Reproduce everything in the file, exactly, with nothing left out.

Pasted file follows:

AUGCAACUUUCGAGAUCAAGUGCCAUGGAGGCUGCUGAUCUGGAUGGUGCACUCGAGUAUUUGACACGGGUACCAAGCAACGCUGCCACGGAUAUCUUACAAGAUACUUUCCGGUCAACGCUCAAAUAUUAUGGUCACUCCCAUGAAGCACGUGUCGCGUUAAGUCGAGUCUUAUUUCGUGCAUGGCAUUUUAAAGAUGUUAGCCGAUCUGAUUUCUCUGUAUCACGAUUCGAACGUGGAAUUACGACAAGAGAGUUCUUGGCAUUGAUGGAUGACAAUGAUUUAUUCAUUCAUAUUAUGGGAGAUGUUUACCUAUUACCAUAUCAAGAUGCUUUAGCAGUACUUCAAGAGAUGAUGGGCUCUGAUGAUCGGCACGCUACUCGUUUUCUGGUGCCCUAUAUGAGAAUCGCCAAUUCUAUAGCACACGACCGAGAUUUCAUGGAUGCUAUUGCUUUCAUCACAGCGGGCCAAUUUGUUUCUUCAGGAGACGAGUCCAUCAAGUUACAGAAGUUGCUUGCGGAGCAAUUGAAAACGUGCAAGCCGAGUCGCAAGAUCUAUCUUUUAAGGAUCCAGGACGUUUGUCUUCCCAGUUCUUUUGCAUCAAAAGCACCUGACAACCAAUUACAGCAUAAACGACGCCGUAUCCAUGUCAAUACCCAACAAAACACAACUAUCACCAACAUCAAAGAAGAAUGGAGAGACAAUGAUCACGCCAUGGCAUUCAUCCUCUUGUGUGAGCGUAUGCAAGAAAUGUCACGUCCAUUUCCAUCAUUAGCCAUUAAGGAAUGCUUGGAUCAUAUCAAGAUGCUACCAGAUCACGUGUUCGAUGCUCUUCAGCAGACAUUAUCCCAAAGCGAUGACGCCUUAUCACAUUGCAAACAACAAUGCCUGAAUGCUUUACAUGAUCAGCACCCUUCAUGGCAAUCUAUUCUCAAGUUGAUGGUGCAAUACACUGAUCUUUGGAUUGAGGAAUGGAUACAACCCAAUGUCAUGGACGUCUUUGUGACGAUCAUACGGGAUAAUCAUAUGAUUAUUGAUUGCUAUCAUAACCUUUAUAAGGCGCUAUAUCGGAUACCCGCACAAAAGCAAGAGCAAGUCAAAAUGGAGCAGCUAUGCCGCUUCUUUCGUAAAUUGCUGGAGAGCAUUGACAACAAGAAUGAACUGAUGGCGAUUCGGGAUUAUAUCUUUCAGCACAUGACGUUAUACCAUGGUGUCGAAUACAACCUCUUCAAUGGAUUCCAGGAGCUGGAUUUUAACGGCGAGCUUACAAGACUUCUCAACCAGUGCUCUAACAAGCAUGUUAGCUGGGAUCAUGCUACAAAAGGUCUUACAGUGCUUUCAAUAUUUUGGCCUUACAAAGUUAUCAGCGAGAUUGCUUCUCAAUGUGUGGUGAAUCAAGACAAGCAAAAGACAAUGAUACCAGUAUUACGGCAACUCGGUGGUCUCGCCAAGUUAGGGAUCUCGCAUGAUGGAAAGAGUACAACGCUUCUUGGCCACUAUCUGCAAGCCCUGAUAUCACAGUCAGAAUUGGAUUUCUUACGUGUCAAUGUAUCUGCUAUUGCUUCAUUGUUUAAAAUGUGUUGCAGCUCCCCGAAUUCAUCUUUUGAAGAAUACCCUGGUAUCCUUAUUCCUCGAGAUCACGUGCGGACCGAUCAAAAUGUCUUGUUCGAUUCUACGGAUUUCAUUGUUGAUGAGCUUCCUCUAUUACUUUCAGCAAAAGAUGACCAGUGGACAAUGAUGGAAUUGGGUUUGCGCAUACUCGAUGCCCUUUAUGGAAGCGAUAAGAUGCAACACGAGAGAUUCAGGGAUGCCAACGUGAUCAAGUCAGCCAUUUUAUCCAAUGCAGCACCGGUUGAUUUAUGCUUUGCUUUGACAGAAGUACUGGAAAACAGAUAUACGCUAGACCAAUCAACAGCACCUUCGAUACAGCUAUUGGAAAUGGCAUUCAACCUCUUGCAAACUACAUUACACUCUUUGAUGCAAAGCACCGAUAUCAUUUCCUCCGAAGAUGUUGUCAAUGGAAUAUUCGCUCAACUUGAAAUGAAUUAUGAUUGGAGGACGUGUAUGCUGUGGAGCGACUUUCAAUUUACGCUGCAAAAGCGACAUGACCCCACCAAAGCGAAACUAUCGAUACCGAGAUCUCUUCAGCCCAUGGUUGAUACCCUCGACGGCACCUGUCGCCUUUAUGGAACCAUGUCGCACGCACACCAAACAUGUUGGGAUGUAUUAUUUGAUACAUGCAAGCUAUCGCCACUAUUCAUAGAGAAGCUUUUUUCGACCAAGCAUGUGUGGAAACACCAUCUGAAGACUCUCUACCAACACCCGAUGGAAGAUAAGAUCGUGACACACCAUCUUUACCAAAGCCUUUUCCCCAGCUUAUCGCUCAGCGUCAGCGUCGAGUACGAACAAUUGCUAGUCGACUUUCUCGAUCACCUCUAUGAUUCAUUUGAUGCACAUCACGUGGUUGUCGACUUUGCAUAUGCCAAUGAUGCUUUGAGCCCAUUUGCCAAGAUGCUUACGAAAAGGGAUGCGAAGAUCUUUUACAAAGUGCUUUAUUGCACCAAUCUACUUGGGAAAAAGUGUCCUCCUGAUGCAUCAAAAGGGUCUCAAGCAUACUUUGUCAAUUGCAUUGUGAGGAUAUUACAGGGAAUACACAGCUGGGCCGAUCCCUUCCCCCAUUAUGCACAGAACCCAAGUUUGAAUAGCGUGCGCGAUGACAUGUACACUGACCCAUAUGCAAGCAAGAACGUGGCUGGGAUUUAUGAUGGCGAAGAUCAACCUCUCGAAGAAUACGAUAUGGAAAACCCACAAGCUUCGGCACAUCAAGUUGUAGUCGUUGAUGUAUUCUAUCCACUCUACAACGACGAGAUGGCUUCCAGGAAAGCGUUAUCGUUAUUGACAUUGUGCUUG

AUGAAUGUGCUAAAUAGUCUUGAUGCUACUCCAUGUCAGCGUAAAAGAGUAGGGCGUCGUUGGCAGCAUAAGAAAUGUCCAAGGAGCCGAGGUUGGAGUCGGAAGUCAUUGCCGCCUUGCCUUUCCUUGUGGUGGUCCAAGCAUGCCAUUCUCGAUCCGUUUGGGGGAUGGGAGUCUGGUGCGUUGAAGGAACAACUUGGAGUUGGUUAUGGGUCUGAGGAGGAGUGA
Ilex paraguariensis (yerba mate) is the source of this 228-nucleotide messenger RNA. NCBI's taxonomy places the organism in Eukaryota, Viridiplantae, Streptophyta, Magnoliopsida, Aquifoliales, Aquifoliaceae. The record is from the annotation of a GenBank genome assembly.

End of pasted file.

AUGCAACUUUCGAGAUCAAGUGCCAUGGAGGCUGCUGAUCUGGAUGGUGCACUCGAGUAUUUGACACGGGUACCAAGCAACGCUGCCACGGAUAUCUUACAAGAUACUUUCCGGUCAACGCUCAAAUAUUAUGGUCACUCCCAUGAAGCACGUGUCGCGUUAAGUCGAGUCUUAUUUCGUGCAUGGCAUUUUAAAGAUGUUAGCCGAUCUGAUUUCUCUGUAUCACGAUUCGAACGUGGAAUUACGACAAGAGAGUUCUUGGCAUUGAUGGAUGACAAUGAUUUAUUCAUUCAUAUUAUGGGAGAUGUUUACCUAUUACCAUAUCAAGAUGCUUUAGCAGUACUUCAAGAGAUGAUGGGCUCUGAUGAUCGGCACGCUACUCGUUUUCUGGUGCCCUAUAUGAGAAUCGCCAAUUCUAUAGCACACGACCGAGAUUUCAUGGAUGCUAUUGCUUUCAUCACAGCGGGCCAAUUUGUUUCUUCAGGAGACGAGUCCAUCAAGUUACAGAAGUUGCUUGCGGAGCAAUUGAAAACGUGCAAGCCGAGUCGCAAGAUCUAUCUUUUAAGGAUCCAGGACGUUUGUCUUCCCAGUUCUUUUGCAUCAAAAGCACCUGACAACCAAUUACAGCAUAAACGACGCCGUAUCCAUGUCAAUACCCAACAAAACACAACUAUCACCAACAUCAAAGAAGAAUGGAGAGACAAUGAUCACGCCAUGGCAUUCAUCCUCUUGUGUGAGCGUAUGCAAGAAAUGUCACGUCCAUUUCCAUCAUUAGCCAUUAAGGAAUGCUUGGAUCAUAUCAAGAUGCUACCAGAUCACGUGUUCGAUGCUCUUCAGCAGACAUUAUCCCAAAGCGAUGACGCCUUAUCACAUUGCAAACAACAAUGCCUGAAUGCUUUACAUGAUCAGCACCCUUCAUGGCAAUCUAUUCUCAAGUUGAUGGUGCAAUACACUGAUCUUUGGAUUGAGGAAUGGAUACAACCCAAUGUCAUGGACGUCUUUGUGACGAUCAUACGGGAUAAUCAUAUGAUUAUUGAUUGCUAUCAUAACCUUUAUAAGGCGCUAUAUCGGAUACCCGCACAAAAGCAAGAGCAAGUCAAAAUGGAGCAGCUAUGCCGCUUCUUUCGUAAAUUGCUGGAGAGCAUUGACAACAAGAAUGAACUGAUGGCGAUUCGGGAUUAUAUCUUUCAGCACAUGACGUUAUACCAUGGUGUCGAAUACAACCUCUUCAAUGGAUUCCAGGAGCUGGAUUUUAACGGCGAGCUUACAAGACUUCUCAACCAGUGCUCUAACAAGCAUGUUAGCUGGGAUCAUGCUACAAAAGGUCUUACAGUGCUUUCAAUAUUUUGGCCUUACAAAGUUAUCAGCGAGAUUGCUUCUCAAUGUGUGGUGAAUCAAGACAAGCAAAAGACAAUGAUACCAGUAUUACGGCAACUCGGUGGUCUCGCCAAGUUAGGGAUCUCGCAUGAUGGAAAGAGUACAACGCUUCUUGGCCACUAUCUGCAAGCCCUGAUAUCACAGUCAGAAUUGGAUUUCUUACGUGUCAAUGUAUCUGCUAUUGCUUCAUUGUUUAAAAUGUGUUGCAGCUCCCCGAAUUCAUCUUUUGAAGAAUACCCUGGUAUCCUUAUUCCUCGAGAUCACGUGCGGACCGAUCAAAAUGUCUUGUUCGAUUCUACGGAUUUCAUUGUUGAUGAGCUUCCUCUAUUACUUUCAGCAAAAGAUGACCAGUGGACAAUGAUGGAAUUGGGUUUGCGCAUACUCGAUGCCCUUUAUGGAAGCGAUAAGAUGCAACACGAGAGAUUCAGGGAUGCCAACGUGAUCAAGUCAGCCAUUUUAUCCAAUGCAGCACCGGUUGAUUUAUGCUUUGCUUUGACAGAAGUACUGGAAAACAGAUAUACGCUAGACCAAUCAACAGCACCUUCGAUACAGCUAUUGGAAAUGGCAUUCAACCUCUUGCAAACUACAUUACACUCUUUGAUGCAAAGCACCGAUAUCAUUUCCUCCGAAGAUGUUGUCAAUGGAAUAUUCGCUCAACUUGAAAUGAAUUAUGAUUGGAGGACGUGUAUGCUGUGGAGCGACUUUCAAUUUACGCUGCAAAAGCGACAUGACCCCACCAAAGCGAAACUAUCGAUACCGAGAUCUCUUCAGCCCAUGGUUGAUACCCUCGACGGCACCUGUCGCCUUUAUGGAACCAUGUCGCACGCACACCAAACAUGUUGGGAUGUAUUAUUUGAUACAUGCAAGCUAUCGCCACUAUUCAUAGAGAAGCUUUUUUCGACCAAGCAUGUGUGGAAACACCAUCUGAAGACUCUCUACCAACACCCGAUGGAAGAUAAGAUCGUGACACACCAUCUUUACCAAAGCCUUUUCCCCAGCUUAUCGCUCAGCGUCAGCGUCGAGUACGAACAAUUGCUAGUCGACUUUCUCGAUCACCUCUAUGAUUCAUUUGAUGCACAUCACGUGGUUGUCGACUUUGCAUAUGCCAAUGAUGCUUUGAGCCCAUUUGCCAAGAUGCUUACGAAAAGGGAUGCGAAGAUCUUUUACAAAGUGCUUUAUUGCACCAAUCUACUUGGGAAAAAGUGUCCUCCUGAUGCAUCAAAAGGGUCUCAAGCAUACUUUGUCAAUUGCAUUGUGAGGAUAUUACAGGGAAUACACAGCUGGGCCGAUCCCUUCCCCCAUUAUGCACAGAACCCAAGUUUGAAUAGCGUGCGCGAUGACAUGUACACUGACCCAUAUGCAAGCAAGAACGUGGCUGGGAUUUAUGAUGGCGAAGAUCAACCUCUCGAAGAAUACGAUAUGGAAAACCCACAAGCUUCGGCACAUCAAGUUGUAGUCGUUGAUGUAUUCUAUCCACUCUACAACGACGAGAUGGCUUCCAGGAAAGCGUUAUCGUUAUUGACAUUGUGCUUG

AUGAAUGUGCUAAAUAGUCUUGAUGCUACUCCAUGUCAGCGUAAAAGAGUAGGGCGUCGUUGGCAGCAUAAGAAAUGUCCAAGGAGCCGAGGUUGGAGUCGGAAGUCAUUGCCGCCUUGCCUUUCCUUGUGGUGGUCCAAGCAUGCCAUUCUCGAUCCGUUUGGGGGAUGGGAGUCUGGUGCGUUGAAGGAACAACUUGGAGUUGGUUAUGGGUCUGAGGAGGAGUGA
Ilex paraguariensis (yerba mate) is the source of this 228-nucleotide messenger RNA. NCBI's taxonomy places the organism in Eukaryota, Viridiplantae, Streptophyta, Magnoliopsida, Aquifoliales, Aquifoliaceae. The record is from the annotation of a GenBank genome assembly.